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What are Interpersonal Skills and Why Are They Important

There’s a lot of buzz these days around the importance of interpersonal skills. Well, these were essential back in the day too; however, with soft skills now being viewed as vital as hard skills, the demand for strong interpersonal skills has risen like never before. 

So, what exactly are interpersonal skills and how highlighting them on your resume could ‘seal the deal’ in your next interview? 

Here’s all that you need to know.

An Insight into Interpersonal Skills

In a nutshell, interpersonal skills can be defined as those individual qualities or traits you use to effectively communicate with others. Whether in a job scenario or the larger world, people prefer to stay connected/ work with/ be associated with people who display a positive attitude, are empathetic and responsible, and collaborate well. Nobody likes people who are overly temperamental, let alone people with negative attitudes. So this, in itself, explains the value of interpersonal skills.

Some of the key aspects of interpersonal skills can be comprehended through the below list:

  • Empathy
  • Teamwork
  • Positive attitude
  • Negotiation skills
  • Active listening skills 
  • Decision-making capabilities 
  • Leadership and accountability
  • Willingness to give and receive feedback
  • Effective communication (verbal and non-verbal)

Did you know? As per a recent survey, about 81% recruiters consider interpersonal skills as important. [Source: Graduate Management Admission Council]

Call it interpersonal skills, soft skills, people skills, or whatever you may, the fact remains that no matter how experienced you are or how sound your hard skills (technical interview skills) are, without the right attitude and decent interpersonal communication skills, you risk losing out on opportunities to others. 

Imagine an interview scenario where each of the five candidates possesses the required technical qualification and work experience. How can the organization pick one over the others? You got that right; interpersonal skills can, more often than not, be that deciding factor and help the interviewer to view one as a better fit over others. 

With the appropriate display of interpersonal communication skills alongside your technical know-how, you can completely impress an interviewer.

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Importance of Interpersonal Skills

Interpersonal skills are essential not just because they can help you crack the next interview but also because they can make you a successful professional, and help you forge meaningful relationships – both with your superiors as well as your subordinates at work. Everyone likes ‘a people’s person’; by being approachable, empathetic, and accountable, you can go a long way and add positivity around you.

The below example can help you comprehend the importance of good interpersonal skills.

Mr. A works as a team lead in an IT company and has around 12 members reporting directly to him. He is responsible for curating project requirements, creating the workflow, explaining tasks to his team, and also managing the delivery. Mr. A lacks ‘good communication skills’. His non-verbal skills aren’t too impressive either. In addition, he is seldom open to giving feedback; rather, loses his cool at the slightest instance of an error occurrence.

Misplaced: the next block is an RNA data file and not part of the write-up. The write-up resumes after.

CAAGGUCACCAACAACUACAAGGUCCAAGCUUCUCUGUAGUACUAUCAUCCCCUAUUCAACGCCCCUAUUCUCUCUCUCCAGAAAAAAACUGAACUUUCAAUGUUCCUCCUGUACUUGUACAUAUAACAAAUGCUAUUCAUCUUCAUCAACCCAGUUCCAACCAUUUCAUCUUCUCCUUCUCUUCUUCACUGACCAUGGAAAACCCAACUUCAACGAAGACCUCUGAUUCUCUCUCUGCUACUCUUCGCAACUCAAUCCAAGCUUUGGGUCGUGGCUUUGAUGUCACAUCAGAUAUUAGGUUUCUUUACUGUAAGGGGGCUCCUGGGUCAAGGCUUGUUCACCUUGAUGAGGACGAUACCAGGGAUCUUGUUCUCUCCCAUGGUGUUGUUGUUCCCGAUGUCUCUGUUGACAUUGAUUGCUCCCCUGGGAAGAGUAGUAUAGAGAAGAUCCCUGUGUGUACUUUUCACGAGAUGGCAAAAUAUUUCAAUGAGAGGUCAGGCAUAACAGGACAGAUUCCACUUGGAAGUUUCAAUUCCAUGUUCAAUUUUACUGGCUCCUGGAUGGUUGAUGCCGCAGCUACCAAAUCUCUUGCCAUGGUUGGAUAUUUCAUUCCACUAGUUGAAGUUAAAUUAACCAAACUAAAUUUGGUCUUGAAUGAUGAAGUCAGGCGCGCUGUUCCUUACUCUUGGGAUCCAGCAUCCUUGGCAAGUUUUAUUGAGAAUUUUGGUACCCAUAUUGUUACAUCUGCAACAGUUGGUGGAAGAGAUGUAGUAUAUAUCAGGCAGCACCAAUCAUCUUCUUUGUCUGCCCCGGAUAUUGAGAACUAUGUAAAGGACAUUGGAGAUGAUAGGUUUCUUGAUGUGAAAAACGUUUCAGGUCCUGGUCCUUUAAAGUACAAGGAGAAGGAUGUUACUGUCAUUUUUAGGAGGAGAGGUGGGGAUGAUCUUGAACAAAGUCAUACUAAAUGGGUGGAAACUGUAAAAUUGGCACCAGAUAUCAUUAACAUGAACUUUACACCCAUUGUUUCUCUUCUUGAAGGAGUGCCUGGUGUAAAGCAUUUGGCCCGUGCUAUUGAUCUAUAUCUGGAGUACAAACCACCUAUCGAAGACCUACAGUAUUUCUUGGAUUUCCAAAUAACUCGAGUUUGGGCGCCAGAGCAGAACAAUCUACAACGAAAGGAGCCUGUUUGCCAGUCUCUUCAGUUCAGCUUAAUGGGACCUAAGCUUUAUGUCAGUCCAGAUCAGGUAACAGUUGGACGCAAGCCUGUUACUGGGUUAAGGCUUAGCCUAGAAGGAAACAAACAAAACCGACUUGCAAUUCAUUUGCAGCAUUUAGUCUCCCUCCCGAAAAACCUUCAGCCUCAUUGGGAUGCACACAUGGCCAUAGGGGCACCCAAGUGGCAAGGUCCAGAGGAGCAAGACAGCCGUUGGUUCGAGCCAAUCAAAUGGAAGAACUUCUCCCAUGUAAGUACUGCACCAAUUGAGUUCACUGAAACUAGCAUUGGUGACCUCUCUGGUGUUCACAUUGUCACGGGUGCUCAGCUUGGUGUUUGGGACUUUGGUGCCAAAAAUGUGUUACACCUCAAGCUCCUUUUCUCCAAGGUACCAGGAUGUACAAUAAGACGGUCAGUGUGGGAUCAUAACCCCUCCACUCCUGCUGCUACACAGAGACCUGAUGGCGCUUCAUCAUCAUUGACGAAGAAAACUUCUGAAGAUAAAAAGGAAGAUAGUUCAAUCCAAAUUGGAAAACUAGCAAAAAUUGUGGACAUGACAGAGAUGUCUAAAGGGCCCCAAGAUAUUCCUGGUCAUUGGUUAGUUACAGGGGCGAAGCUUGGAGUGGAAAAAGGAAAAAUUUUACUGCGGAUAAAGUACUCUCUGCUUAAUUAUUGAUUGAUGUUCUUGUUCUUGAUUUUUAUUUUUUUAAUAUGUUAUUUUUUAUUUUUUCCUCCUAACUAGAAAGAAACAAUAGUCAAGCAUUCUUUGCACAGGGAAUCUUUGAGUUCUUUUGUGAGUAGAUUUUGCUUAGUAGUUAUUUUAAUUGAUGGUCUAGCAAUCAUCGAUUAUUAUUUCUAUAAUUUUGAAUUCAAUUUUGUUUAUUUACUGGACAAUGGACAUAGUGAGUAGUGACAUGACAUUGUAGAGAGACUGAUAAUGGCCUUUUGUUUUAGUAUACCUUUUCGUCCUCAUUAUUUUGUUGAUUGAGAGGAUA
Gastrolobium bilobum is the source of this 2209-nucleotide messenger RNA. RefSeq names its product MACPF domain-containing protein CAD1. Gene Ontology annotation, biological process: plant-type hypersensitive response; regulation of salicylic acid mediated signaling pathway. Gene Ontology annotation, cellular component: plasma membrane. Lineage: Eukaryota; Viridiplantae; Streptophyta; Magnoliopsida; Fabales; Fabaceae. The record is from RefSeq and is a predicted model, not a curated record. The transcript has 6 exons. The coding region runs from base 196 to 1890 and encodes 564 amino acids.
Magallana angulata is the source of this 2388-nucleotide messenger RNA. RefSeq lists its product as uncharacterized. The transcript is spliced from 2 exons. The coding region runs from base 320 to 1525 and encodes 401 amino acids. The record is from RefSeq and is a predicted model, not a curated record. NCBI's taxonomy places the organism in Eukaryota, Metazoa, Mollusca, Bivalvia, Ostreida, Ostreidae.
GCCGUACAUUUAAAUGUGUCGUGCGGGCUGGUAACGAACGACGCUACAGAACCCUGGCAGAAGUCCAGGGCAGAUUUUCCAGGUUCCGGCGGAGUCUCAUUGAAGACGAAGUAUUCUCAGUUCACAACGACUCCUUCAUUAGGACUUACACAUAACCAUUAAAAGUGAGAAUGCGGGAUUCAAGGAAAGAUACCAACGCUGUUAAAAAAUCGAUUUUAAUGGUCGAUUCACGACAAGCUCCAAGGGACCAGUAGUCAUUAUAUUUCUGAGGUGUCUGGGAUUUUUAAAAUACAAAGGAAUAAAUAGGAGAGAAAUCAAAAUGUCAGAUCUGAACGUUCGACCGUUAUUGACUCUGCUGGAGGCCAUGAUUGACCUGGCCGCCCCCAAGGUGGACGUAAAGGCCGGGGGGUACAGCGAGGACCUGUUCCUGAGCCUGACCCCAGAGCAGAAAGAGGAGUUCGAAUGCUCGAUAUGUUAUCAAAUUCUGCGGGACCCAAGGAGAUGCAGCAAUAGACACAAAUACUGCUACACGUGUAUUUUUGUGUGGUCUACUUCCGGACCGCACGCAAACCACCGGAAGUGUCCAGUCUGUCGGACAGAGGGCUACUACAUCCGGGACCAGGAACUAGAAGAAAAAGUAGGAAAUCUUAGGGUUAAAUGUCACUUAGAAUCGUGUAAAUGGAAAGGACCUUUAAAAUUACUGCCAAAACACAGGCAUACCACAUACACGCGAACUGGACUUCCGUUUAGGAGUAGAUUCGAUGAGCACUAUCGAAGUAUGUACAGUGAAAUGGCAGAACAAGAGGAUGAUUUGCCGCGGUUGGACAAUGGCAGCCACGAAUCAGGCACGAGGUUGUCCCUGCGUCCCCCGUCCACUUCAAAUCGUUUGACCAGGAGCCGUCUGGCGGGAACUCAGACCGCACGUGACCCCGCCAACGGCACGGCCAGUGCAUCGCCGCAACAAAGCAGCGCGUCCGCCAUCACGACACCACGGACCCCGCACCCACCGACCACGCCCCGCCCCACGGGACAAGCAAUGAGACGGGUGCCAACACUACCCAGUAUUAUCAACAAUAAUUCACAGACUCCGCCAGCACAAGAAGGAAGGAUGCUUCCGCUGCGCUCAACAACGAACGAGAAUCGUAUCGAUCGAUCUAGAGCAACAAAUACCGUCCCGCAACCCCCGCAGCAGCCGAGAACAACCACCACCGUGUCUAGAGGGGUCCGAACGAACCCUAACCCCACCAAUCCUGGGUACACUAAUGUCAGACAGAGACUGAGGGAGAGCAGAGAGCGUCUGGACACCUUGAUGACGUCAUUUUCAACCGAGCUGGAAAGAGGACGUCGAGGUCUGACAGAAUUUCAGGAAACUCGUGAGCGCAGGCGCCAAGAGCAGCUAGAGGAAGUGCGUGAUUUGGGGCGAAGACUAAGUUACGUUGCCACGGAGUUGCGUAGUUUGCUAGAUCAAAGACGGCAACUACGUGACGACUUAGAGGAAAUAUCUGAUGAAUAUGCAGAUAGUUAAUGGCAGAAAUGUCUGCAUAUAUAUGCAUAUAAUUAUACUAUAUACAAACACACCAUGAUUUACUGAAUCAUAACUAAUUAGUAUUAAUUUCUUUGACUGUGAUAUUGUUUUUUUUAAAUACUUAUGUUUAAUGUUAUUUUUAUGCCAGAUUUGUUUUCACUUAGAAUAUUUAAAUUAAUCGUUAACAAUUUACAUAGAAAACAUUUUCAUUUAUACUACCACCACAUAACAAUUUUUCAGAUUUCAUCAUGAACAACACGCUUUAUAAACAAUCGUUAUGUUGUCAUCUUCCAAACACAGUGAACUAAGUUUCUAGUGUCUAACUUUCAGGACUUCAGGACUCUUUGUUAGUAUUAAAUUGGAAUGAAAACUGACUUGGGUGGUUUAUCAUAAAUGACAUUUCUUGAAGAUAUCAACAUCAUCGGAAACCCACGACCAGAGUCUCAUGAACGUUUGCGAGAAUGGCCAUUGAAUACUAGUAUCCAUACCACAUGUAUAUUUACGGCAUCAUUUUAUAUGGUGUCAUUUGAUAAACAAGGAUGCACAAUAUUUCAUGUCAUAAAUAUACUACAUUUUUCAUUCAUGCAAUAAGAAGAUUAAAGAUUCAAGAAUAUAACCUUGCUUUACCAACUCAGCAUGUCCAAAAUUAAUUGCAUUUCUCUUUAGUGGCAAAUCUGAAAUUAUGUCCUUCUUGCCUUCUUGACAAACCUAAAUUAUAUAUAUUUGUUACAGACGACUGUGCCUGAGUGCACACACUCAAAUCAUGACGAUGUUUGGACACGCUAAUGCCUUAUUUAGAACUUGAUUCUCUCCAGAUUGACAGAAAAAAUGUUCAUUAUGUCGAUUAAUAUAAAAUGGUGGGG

His team is mostly clueless about the larger picture of the project, which is why their contribution doesn’t match their true potential. Also, because he is not empathetic, his team members rarely walk up to him for guidance. As a result, the project suffers, there’s no bonding between the members (and him), the client is dissatisfied, and Mr. A struggles to retain his position.  

Did you see how it all began? Obviously, with poor interpersonal skills.

Role of Interpersonal Skills in Job Hunts and Interviews

As is pretty clear from the above, communication skills – verbal and non-verbal – help you succeed in your career, right from the time you start. Here’re a few ways you can exhibit your skills to your interviewer/ hiring manager at the interview. This is your quick interview prep guide!

  • Highlight your soft skills on your resume. Make these highlights easy to spot and preferably add these to your cover letter also.
  • Detail them out when asked (during interview). Remember, the more you can talk about these traits, the better it will be for you.
  • Keep a few instances handy where your communication skills made a customer happy, played a pivotal role in your last promotion, added to the overall delivery of your team, or anything like that.

So, right from giving an edge to your CV to helping you crack the interview, there’s a lot that soft skills offer. Don’t underestimate its potential. 

Quick tips to highlight people skills on your CV

Mention instances where you:

  • Built and maintained relationships
  • Collaborated with cross-functional teams
  • Adapted to new situations without hampering productivity
  • Initiated workshops and training on time/ conflict management
  • Pooled resources to deliver projects and remained accountable even afterwards

Improving Interpersonal Skills